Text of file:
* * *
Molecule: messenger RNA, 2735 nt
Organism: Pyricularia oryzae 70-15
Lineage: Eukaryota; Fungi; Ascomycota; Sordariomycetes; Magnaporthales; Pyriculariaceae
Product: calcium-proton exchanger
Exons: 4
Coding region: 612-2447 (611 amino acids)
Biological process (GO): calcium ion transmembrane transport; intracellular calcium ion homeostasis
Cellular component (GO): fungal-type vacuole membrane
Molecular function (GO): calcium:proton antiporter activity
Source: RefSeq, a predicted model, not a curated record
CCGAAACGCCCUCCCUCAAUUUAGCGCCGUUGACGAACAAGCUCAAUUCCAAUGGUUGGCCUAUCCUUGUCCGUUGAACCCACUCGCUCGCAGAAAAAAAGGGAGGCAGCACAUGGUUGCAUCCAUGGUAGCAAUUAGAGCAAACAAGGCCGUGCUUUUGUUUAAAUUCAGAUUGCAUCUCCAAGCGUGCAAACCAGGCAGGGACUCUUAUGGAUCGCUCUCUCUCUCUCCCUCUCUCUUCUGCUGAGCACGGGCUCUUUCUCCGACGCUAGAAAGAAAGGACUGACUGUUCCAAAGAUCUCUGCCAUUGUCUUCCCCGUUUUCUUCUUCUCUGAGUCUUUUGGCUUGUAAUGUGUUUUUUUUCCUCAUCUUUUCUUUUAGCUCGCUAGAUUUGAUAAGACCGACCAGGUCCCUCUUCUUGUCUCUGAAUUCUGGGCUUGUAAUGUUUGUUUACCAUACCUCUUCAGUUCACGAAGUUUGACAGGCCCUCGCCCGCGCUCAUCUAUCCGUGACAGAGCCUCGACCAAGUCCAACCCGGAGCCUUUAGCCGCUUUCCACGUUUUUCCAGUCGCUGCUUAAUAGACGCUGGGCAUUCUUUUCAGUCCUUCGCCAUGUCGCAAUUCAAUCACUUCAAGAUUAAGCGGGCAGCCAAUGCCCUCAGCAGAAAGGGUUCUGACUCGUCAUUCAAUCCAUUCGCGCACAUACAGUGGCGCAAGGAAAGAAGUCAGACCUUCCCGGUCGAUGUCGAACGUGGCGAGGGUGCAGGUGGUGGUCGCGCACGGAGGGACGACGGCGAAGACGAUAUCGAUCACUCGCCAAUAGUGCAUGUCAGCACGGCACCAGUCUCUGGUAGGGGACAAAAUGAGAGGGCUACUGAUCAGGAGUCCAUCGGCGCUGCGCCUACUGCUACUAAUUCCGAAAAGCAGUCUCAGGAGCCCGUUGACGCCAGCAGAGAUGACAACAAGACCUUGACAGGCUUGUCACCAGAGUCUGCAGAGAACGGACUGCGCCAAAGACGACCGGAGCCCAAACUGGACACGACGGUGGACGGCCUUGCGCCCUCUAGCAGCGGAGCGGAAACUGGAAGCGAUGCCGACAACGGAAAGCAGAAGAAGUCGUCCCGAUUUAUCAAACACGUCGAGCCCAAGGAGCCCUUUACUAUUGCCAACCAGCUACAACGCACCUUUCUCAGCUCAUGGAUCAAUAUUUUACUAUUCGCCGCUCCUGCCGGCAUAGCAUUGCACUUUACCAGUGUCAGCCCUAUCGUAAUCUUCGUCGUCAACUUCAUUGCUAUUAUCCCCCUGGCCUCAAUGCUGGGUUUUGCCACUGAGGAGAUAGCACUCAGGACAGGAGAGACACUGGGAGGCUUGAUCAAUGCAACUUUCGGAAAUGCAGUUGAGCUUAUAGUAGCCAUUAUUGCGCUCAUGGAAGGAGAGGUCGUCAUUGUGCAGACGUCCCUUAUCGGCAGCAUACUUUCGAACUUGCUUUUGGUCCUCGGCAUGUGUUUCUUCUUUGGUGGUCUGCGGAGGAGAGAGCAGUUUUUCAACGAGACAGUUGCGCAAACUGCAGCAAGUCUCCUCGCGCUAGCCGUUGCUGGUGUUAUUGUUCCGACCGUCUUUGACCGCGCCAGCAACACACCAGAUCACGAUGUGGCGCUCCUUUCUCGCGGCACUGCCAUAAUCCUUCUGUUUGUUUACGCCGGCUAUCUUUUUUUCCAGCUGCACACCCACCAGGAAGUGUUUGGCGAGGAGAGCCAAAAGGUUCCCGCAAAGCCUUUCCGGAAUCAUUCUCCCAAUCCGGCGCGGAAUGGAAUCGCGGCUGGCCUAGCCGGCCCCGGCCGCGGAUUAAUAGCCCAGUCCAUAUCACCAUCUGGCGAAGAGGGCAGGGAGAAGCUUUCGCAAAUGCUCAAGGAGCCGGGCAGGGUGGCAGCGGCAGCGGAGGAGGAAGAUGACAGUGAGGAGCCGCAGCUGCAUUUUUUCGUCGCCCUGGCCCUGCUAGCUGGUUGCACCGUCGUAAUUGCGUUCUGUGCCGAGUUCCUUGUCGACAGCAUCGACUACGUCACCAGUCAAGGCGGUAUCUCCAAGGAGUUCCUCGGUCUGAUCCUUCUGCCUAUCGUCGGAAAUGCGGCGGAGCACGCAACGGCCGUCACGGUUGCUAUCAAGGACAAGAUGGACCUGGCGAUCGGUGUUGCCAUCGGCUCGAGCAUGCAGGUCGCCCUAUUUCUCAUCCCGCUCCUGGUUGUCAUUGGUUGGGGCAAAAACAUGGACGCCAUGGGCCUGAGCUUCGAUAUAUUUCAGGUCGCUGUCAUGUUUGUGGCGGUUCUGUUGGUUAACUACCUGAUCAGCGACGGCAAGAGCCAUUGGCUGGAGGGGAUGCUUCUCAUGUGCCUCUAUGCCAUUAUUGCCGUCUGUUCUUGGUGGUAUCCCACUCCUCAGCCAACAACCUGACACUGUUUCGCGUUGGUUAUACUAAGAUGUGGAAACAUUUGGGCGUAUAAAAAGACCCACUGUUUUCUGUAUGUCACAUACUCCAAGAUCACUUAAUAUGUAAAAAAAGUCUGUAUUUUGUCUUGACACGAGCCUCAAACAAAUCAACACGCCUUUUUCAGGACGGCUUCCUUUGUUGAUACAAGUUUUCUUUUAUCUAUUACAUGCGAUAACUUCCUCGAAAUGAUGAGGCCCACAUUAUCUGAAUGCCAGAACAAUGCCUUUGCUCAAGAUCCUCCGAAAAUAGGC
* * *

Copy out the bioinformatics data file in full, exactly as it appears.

Molecule: messenger RNA, 2735 nt
Organism: Pyricularia oryzae 70-15
Lineage: Eukaryota; Fungi; Ascomycota; Sordariomycetes; Magnaporthales; Pyriculariaceae
Product: calcium-proton exchanger
Exons: 4
Coding region: 612-2447 (611 amino acids)
Biological process (GO): calcium ion transmembrane transport; intracellular calcium ion homeostasis
Cellular component (GO): fungal-type vacuole membrane
Molecular function (GO): calcium:proton antiporter activity
Source: RefSeq, a predicted model, not a curated record
CCGAAACGCCCUCCCUCAAUUUAGCGCCGUUGACGAACAAGCUCAAUUCCAAUGGUUGGCCUAUCCUUGUCCGUUGAACCCACUCGCUCGCAGAAAAAAAGGGAGGCAGCACAUGGUUGCAUCCAUGGUAGCAAUUAGAGCAAACAAGGCCGUGCUUUUGUUUAAAUUCAGAUUGCAUCUCCAAGCGUGCAAACCAGGCAGGGACUCUUAUGGAUCGCUCUCUCUCUCUCCCUCUCUCUUCUGCUGAGCACGGGCUCUUUCUCCGACGCUAGAAAGAAAGGACUGACUGUUCCAAAGAUCUCUGCCAUUGUCUUCCCCGUUUUCUUCUUCUCUGAGUCUUUUGGCUUGUAAUGUGUUUUUUUUCCUCAUCUUUUCUUUUAGCUCGCUAGAUUUGAUAAGACCGACCAGGUCCCUCUUCUUGUCUCUGAAUUCUGGGCUUGUAAUGUUUGUUUACCAUACCUCUUCAGUUCACGAAGUUUGACAGGCCCUCGCCCGCGCUCAUCUAUCCGUGACAGAGCCUCGACCAAGUCCAACCCGGAGCCUUUAGCCGCUUUCCACGUUUUUCCAGUCGCUGCUUAAUAGACGCUGGGCAUUCUUUUCAGUCCUUCGCCAUGUCGCAAUUCAAUCACUUCAAGAUUAAGCGGGCAGCCAAUGCCCUCAGCAGAAAGGGUUCUGACUCGUCAUUCAAUCCAUUCGCGCACAUACAGUGGCGCAAGGAAAGAAGUCAGACCUUCCCGGUCGAUGUCGAACGUGGCGAGGGUGCAGGUGGUGGUCGCGCACGGAGGGACGACGGCGAAGACGAUAUCGAUCACUCGCCAAUAGUGCAUGUCAGCACGGCACCAGUCUCUGGUAGGGGACAAAAUGAGAGGGCUACUGAUCAGGAGUCCAUCGGCGCUGCGCCUACUGCUACUAAUUCCGAAAAGCAGUCUCAGGAGCCCGUUGACGCCAGCAGAGAUGACAACAAGACCUUGACAGGCUUGUCACCAGAGUCUGCAGAGAACGGACUGCGCCAAAGACGACCGGAGCCCAAACUGGACACGACGGUGGACGGCCUUGCGCCCUCUAGCAGCGGAGCGGAAACUGGAAGCGAUGCCGACAACGGAAAGCAGAAGAAGUCGUCCCGAUUUAUCAAACACGUCGAGCCCAAGGAGCCCUUUACUAUUGCCAACCAGCUACAACGCACCUUUCUCAGCUCAUGGAUCAAUAUUUUACUAUUCGCCGCUCCUGCCGGCAUAGCAUUGCACUUUACCAGUGUCAGCCCUAUCGUAAUCUUCGUCGUCAACUUCAUUGCUAUUAUCCCCCUGGCCUCAAUGCUGGGUUUUGCCACUGAGGAGAUAGCACUCAGGACAGGAGAGACACUGGGAGGCUUGAUCAAUGCAACUUUCGGAAAUGCAGUUGAGCUUAUAGUAGCCAUUAUUGCGCUCAUGGAAGGAGAGGUCGUCAUUGUGCAGACGUCCCUUAUCGGCAGCAUACUUUCGAACUUGCUUUUGGUCCUCGGCAUGUGUUUCUUCUUUGGUGGUCUGCGGAGGAGAGAGCAGUUUUUCAACGAGACAGUUGCGCAAACUGCAGCAAGUCUCCUCGCGCUAGCCGUUGCUGGUGUUAUUGUUCCGACCGUCUUUGACCGCGCCAGCAACACACCAGAUCACGAUGUGGCGCUCCUUUCUCGCGGCACUGCCAUAAUCCUUCUGUUUGUUUACGCCGGCUAUCUUUUUUUCCAGCUGCACACCCACCAGGAAGUGUUUGGCGAGGAGAGCCAAAAGGUUCCCGCAAAGCCUUUCCGGAAUCAUUCUCCCAAUCCGGCGCGGAAUGGAAUCGCGGCUGGCCUAGCCGGCCCCGGCCGCGGAUUAAUAGCCCAGUCCAUAUCACCAUCUGGCGAAGAGGGCAGGGAGAAGCUUUCGCAAAUGCUCAAGGAGCCGGGCAGGGUGGCAGCGGCAGCGGAGGAGGAAGAUGACAGUGAGGAGCCGCAGCUGCAUUUUUUCGUCGCCCUGGCCCUGCUAGCUGGUUGCACCGUCGUAAUUGCGUUCUGUGCCGAGUUCCUUGUCGACAGCAUCGACUACGUCACCAGUCAAGGCGGUAUCUCCAAGGAGUUCCUCGGUCUGAUCCUUCUGCCUAUCGUCGGAAAUGCGGCGGAGCACGCAACGGCCGUCACGGUUGCUAUCAAGGACAAGAUGGACCUGGCGAUCGGUGUUGCCAUCGGCUCGAGCAUGCAGGUCGCCCUAUUUCUCAUCCCGCUCCUGGUUGUCAUUGGUUGGGGCAAAAACAUGGACGCCAUGGGCCUGAGCUUCGAUAUAUUUCAGGUCGCUGUCAUGUUUGUGGCGGUUCUGUUGGUUAACUACCUGAUCAGCGACGGCAAGAGCCAUUGGCUGGAGGGGAUGCUUCUCAUGUGCCUCUAUGCCAUUAUUGCCGUCUGUUCUUGGUGGUAUCCCACUCCUCAGCCAACAACCUGACACUGUUUCGCGUUGGUUAUACUAAGAUGUGGAAACAUUUGGGCGUAUAAAAAGACCCACUGUUUUCUGUAUGUCACAUACUCCAAGAUCACUUAAUAUGUAAAAAAAGUCUGUAUUUUGUCUUGACACGAGCCUCAAACAAAUCAACACGCCUUUUUCAGGACGGCUUCCUUUGUUGAUACAAGUUUUCUUUUAUCUAUUACAUGCGAUAACUUCCUCGAAAUGAUGAGGCCCACAUUAUCUGAAUGCCAGAACAAUGCCUUUGCUCAAGAUCCUCCGAAAAUAGGC